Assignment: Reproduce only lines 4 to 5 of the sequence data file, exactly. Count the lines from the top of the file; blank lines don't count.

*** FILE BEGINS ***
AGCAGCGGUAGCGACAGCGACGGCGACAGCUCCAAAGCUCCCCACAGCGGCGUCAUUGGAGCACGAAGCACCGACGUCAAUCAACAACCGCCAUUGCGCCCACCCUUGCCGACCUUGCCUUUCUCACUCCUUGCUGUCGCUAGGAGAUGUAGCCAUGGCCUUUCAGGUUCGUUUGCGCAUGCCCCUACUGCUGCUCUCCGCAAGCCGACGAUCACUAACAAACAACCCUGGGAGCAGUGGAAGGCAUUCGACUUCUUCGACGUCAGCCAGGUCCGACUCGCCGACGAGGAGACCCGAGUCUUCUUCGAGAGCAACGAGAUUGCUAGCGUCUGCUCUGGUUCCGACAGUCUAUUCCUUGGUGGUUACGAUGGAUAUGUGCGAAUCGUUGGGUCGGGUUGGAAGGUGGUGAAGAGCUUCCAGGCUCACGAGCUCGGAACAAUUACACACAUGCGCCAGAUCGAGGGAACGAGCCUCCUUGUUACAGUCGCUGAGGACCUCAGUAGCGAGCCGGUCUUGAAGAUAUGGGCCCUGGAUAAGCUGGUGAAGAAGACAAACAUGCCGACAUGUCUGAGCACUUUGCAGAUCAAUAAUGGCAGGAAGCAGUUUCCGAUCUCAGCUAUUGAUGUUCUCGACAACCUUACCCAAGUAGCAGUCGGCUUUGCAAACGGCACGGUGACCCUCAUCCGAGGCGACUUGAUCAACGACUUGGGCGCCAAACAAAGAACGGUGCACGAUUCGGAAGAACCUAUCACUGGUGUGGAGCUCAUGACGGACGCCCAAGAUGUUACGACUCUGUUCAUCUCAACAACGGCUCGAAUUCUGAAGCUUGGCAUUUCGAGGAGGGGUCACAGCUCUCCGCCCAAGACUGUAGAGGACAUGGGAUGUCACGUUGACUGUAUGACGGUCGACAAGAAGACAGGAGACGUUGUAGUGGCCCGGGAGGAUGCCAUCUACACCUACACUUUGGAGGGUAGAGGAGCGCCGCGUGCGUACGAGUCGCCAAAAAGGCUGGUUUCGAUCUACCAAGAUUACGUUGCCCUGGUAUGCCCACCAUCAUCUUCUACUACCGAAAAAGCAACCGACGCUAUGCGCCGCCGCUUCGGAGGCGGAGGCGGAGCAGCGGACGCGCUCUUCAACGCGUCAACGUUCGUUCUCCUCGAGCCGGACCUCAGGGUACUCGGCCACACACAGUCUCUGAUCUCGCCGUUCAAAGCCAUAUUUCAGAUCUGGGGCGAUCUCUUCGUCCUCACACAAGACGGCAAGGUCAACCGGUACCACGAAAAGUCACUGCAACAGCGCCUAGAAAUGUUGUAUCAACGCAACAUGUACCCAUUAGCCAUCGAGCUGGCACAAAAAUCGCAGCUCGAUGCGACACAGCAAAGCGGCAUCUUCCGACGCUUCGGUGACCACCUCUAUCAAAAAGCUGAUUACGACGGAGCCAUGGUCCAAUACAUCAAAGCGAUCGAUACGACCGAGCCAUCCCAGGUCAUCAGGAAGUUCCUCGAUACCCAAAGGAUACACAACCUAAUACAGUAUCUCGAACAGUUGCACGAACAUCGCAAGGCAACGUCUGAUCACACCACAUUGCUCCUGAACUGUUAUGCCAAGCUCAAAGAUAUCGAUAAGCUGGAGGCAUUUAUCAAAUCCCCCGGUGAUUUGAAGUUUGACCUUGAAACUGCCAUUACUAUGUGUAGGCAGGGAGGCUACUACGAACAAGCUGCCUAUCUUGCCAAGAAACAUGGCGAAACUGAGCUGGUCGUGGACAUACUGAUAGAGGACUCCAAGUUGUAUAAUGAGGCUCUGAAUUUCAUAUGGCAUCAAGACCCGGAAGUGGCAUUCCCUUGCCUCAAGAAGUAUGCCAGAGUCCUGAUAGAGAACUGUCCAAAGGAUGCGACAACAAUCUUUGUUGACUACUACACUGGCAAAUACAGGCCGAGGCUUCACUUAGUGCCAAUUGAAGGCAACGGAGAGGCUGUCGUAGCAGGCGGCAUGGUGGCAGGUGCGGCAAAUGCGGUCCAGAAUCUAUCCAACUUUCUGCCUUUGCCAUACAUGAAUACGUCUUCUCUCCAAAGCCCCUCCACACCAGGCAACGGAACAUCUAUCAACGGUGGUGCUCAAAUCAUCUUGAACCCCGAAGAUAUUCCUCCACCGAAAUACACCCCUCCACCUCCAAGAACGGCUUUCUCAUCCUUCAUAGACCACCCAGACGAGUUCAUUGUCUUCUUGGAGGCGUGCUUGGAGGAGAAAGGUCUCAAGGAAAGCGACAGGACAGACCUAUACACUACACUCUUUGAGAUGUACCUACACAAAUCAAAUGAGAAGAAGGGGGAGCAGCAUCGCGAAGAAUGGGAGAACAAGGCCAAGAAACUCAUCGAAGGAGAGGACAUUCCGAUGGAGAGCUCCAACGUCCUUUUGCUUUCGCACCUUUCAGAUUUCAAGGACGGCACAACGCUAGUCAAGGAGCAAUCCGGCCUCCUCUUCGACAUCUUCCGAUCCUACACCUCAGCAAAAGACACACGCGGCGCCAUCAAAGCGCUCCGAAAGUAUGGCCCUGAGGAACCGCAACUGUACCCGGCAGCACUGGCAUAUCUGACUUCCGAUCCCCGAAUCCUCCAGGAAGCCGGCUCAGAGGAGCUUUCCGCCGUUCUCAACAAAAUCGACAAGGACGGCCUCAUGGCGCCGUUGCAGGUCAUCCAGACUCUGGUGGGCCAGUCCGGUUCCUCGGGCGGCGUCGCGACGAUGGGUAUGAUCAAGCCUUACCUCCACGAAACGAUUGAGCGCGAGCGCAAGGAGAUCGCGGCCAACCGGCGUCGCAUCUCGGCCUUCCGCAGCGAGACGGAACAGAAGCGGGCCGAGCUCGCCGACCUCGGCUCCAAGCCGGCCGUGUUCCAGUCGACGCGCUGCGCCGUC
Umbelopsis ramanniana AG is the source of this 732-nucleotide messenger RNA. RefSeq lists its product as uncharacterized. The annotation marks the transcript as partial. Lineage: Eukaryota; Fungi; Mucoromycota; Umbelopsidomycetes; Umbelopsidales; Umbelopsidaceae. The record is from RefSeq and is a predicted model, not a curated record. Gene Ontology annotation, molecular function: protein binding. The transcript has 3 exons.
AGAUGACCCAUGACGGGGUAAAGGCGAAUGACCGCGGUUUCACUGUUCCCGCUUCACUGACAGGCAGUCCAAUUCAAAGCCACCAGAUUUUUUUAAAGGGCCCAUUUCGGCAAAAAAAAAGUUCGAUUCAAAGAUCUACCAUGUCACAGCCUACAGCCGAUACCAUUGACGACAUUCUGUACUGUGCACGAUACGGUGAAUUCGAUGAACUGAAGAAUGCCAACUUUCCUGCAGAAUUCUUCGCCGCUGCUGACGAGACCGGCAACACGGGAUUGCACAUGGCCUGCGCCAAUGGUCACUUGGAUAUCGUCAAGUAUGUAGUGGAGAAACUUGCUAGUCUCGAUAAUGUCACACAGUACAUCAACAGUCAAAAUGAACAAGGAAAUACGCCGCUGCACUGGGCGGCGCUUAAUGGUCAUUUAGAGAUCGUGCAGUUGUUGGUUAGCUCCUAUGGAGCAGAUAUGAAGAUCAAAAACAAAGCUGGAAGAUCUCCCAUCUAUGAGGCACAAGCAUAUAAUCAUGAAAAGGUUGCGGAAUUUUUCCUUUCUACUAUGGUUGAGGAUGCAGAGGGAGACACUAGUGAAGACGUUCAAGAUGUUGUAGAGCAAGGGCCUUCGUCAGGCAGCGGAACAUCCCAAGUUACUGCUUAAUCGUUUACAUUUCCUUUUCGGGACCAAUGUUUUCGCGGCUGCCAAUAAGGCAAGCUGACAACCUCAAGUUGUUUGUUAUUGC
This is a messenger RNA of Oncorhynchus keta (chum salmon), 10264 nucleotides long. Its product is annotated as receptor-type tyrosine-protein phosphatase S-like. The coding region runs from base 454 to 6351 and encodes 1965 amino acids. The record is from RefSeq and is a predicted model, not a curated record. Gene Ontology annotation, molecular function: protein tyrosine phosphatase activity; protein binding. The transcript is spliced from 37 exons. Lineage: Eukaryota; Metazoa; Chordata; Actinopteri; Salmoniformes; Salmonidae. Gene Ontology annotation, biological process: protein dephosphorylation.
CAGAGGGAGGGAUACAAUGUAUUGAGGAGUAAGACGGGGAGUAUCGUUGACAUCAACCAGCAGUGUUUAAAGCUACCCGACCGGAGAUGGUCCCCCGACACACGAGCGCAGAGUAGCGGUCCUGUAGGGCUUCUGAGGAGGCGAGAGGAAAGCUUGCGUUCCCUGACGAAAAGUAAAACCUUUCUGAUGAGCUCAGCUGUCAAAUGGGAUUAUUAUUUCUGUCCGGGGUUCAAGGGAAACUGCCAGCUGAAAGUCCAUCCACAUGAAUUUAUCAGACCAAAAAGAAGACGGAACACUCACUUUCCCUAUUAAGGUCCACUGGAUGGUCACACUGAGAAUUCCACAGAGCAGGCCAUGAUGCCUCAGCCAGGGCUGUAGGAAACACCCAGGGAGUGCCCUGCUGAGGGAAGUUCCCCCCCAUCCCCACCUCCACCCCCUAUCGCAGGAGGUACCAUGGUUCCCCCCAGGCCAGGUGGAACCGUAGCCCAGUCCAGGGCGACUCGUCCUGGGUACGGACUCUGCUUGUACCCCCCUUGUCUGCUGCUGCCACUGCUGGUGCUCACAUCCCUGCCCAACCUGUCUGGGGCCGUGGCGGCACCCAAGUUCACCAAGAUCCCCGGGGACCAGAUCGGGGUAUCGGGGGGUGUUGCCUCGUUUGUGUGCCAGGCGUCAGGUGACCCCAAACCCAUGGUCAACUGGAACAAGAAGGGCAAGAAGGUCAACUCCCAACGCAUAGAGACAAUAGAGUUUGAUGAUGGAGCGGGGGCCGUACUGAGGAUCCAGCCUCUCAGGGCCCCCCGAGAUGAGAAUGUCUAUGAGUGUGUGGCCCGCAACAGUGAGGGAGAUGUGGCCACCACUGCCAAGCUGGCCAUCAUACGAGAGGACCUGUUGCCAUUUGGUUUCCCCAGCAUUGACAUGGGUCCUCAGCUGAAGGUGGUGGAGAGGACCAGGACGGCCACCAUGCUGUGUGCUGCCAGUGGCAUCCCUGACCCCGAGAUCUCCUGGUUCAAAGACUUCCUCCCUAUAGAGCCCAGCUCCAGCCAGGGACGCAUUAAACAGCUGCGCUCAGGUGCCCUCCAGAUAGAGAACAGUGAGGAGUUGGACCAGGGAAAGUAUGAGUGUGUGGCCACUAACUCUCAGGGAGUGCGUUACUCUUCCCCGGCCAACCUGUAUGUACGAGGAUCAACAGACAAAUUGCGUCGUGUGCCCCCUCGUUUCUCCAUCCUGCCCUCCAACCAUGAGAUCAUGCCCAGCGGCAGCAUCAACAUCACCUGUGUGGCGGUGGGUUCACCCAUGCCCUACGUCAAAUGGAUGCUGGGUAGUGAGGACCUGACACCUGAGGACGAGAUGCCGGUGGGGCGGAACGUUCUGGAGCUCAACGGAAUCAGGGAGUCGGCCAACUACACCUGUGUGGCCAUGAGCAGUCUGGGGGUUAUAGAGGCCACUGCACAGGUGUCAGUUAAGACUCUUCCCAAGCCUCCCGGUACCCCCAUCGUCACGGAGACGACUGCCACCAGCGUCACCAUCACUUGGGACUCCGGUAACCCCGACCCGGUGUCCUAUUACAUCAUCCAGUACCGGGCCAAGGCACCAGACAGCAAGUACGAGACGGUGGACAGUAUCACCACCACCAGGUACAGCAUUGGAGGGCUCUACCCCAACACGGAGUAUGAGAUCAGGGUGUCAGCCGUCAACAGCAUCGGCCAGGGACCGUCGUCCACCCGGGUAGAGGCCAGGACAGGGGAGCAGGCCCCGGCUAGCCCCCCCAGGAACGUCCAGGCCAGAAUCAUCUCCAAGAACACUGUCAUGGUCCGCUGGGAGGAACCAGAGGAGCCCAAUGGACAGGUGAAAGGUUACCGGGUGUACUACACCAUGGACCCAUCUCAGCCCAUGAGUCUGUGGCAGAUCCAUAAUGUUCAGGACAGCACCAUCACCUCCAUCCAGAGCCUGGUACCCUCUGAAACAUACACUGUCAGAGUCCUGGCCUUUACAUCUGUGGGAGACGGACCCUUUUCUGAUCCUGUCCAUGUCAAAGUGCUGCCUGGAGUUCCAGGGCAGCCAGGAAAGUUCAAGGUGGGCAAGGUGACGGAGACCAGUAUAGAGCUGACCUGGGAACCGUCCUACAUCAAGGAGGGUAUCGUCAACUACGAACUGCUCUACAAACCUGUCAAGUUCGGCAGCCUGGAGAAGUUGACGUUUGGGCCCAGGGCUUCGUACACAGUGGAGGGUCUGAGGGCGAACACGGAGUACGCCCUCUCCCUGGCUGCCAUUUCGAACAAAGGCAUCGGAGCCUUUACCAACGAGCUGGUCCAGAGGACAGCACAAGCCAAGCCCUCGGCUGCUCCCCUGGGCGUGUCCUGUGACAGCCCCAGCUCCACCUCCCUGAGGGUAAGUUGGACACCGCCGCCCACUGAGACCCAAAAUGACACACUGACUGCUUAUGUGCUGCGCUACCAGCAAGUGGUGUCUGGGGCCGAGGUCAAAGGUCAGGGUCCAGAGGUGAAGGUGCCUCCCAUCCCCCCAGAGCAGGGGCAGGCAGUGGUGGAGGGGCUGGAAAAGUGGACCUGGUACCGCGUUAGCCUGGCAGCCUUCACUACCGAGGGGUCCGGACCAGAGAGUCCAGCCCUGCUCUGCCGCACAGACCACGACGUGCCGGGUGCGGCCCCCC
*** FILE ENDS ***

This is a messenger RNA of Oncorhynchus keta (chum salmon), 10264 nucleotides long. Its product is annotated as receptor-type tyrosine-protein phosphatase S-like. The coding region runs from base 454 to 6351 and encodes 1965 amino acids. The record is from RefSeq and is a predicted model, not a curated record. Gene Ontology annotation, molecular function: protein tyrosine phosphatase activity; protein binding. The transcript is spliced from 37 exons. Lineage: Eukaryota; Metazoa; Chordata; Actinopteri; Salmoniformes; Salmonidae. Gene Ontology annotation, biological process: protein dephosphorylation.
CAGAGGGAGGGAUACAAUGUAUUGAGGAGUAAGACGGGGAGUAUCGUUGACAUCAACCAGCAGUGUUUAAAGCUACCCGACCGGAGAUGGUCCCCCGACACACGAGCGCAGAGUAGCGGUCCUGUAGGGCUUCUGAGGAGGCGAGAGGAAAGCUUGCGUUCCCUGACGAAAAGUAAAACCUUUCUGAUGAGCUCAGCUGUCAAAUGGGAUUAUUAUUUCUGUCCGGGGUUCAAGGGAAACUGCCAGCUGAAAGUCCAUCCACAUGAAUUUAUCAGACCAAAAAGAAGACGGAACACUCACUUUCCCUAUUAAGGUCCACUGGAUGGUCACACUGAGAAUUCCACAGAGCAGGCCAUGAUGCCUCAGCCAGGGCUGUAGGAAACACCCAGGGAGUGCCCUGCUGAGGGAAGUUCCCCCCCAUCCCCACCUCCACCCCCUAUCGCAGGAGGUACCAUGGUUCCCCCCAGGCCAGGUGGAACCGUAGCCCAGUCCAGGGCGACUCGUCCUGGGUACGGACUCUGCUUGUACCCCCCUUGUCUGCUGCUGCCACUGCUGGUGCUCACAUCCCUGCCCAACCUGUCUGGGGCCGUGGCGGCACCCAAGUUCACCAAGAUCCCCGGGGACCAGAUCGGGGUAUCGGGGGGUGUUGCCUCGUUUGUGUGCCAGGCGUCAGGUGACCCCAAACCCAUGGUCAACUGGAACAAGAAGGGCAAGAAGGUCAACUCCCAACGCAUAGAGACAAUAGAGUUUGAUGAUGGAGCGGGGGCCGUACUGAGGAUCCAGCCUCUCAGGGCCCCCCGAGAUGAGAAUGUCUAUGAGUGUGUGGCCCGCAACAGUGAGGGAGAUGUGGCCACCACUGCCAAGCUGGCCAUCAUACGAGAGGACCUGUUGCCAUUUGGUUUCCCCAGCAUUGACAUGGGUCCUCAGCUGAAGGUGGUGGAGAGGACCAGGACGGCCACCAUGCUGUGUGCUGCCAGUGGCAUCCCUGACCCCGAGAUCUCCUGGUUCAAAGACUUCCUCCCUAUAGAGCCCAGCUCCAGCCAGGGACGCAUUAAACAGCUGCGCUCAGGUGCCCUCCAGAUAGAGAACAGUGAGGAGUUGGACCAGGGAAAGUAUGAGUGUGUGGCCACUAACUCUCAGGGAGUGCGUUACUCUUCCCCGGCCAACCUGUAUGUACGAGGAUCAACAGACAAAUUGCGUCGUGUGCCCCCUCGUUUCUCCAUCCUGCCCUCCAACCAUGAGAUCAUGCCCAGCGGCAGCAUCAACAUCACCUGUGUGGCGGUGGGUUCACCCAUGCCCUACGUCAAAUGGAUGCUGGGUAGUGAGGACCUGACACCUGAGGACGAGAUGCCGGUGGGGCGGAACGUUCUGGAGCUCAACGGAAUCAGGGAGUCGGCCAACUACACCUGUGUGGCCAUGAGCAGUCUGGGGGUUAUAGAGGCCACUGCACAGGUGUCAGUUAAGACUCUUCCCAAGCCUCCCGGUACCCCCAUCGUCACGGAGACGACUGCCACCAGCGUCACCAUCACUUGGGACUCCGGUAACCCCGACCCGGUGUCCUAUUACAUCAUCCAGUACCGGGCCAAGGCACCAGACAGCAAGUACGAGACGGUGGACAGUAUCACCACCACCAGGUACAGCAUUGGAGGGCUCUACCCCAACACGGAGUAUGAGAUCAGGGUGUCAGCCGUCAACAGCAUCGGCCAGGGACCGUCGUCCACCCGGGUAGAGGCCAGGACAGGGGAGCAGGCCCCGGCUAGCCCCCCCAGGAACGUCCAGGCCAGAAUCAUCUCCAAGAACACUGUCAUGGUCCGCUGGGAGGAACCAGAGGAGCCCAAUGGACAGGUGAAAGGUUACCGGGUGUACUACACCAUGGACCCAUCUCAGCCCAUGAGUCUGUGGCAGAUCCAUAAUGUUCAGGACAGCACCAUCACCUCCAUCCAGAGCCUGGUACCCUCUGAAACAUACACUGUCAGAGUCCUGGCCUUUACAUCUGUGGGAGACGGACCCUUUUCUGAUCCUGUCCAUGUCAAAGUGCUGCCUGGAGUUCCAGGGCAGCCAGGAAAGUUCAAGGUGGGCAAGGUGACGGAGACCAGUAUAGAGCUGACCUGGGAACCGUCCUACAUCAAGGAGGGUAUCGUCAACUACGAACUGCUCUACAAACCUGUCAAGUUCGGCAGCCUGGAGAAGUUGACGUUUGGGCCCAGGGCUUCGUACACAGUGGAGGGUCUGAGGGCGAACACGGAGUACGCCCUCUCCCUGGCUGCCAUUUCGAACAAAGGCAUCGGAGCCUUUACCAACGAGCUGGUCCAGAGGACAGCACAAGCCAAGCCCUCGGCUGCUCCCCUGGGCGUGUCCUGUGACAGCCCCAGCUCCACCUCCCUGAGGGUAAGUUGGACACCGCCGCCCACUGAGACCCAAAAUGACACACUGACUGCUUAUGUGCUGCGCUACCAGCAAGUGGUGUCUGGGGCCGAGGUCAAAGGUCAGGGUCCAGAGGUGAAGGUGCCUCCCAUCCCCCCAGAGCAGGGGCAGGCAGUGGUGGAGGGGCUGGAAAAGUGGACCUGGUACCGCGUUAGCCUGGCAGCCUUCACUACCGAGGGGUCCGGACCAGAGAGUCCAGCCCUGCUCUGCCGCACAGACCACGACGUGCCGGGUGCGGCCCCCC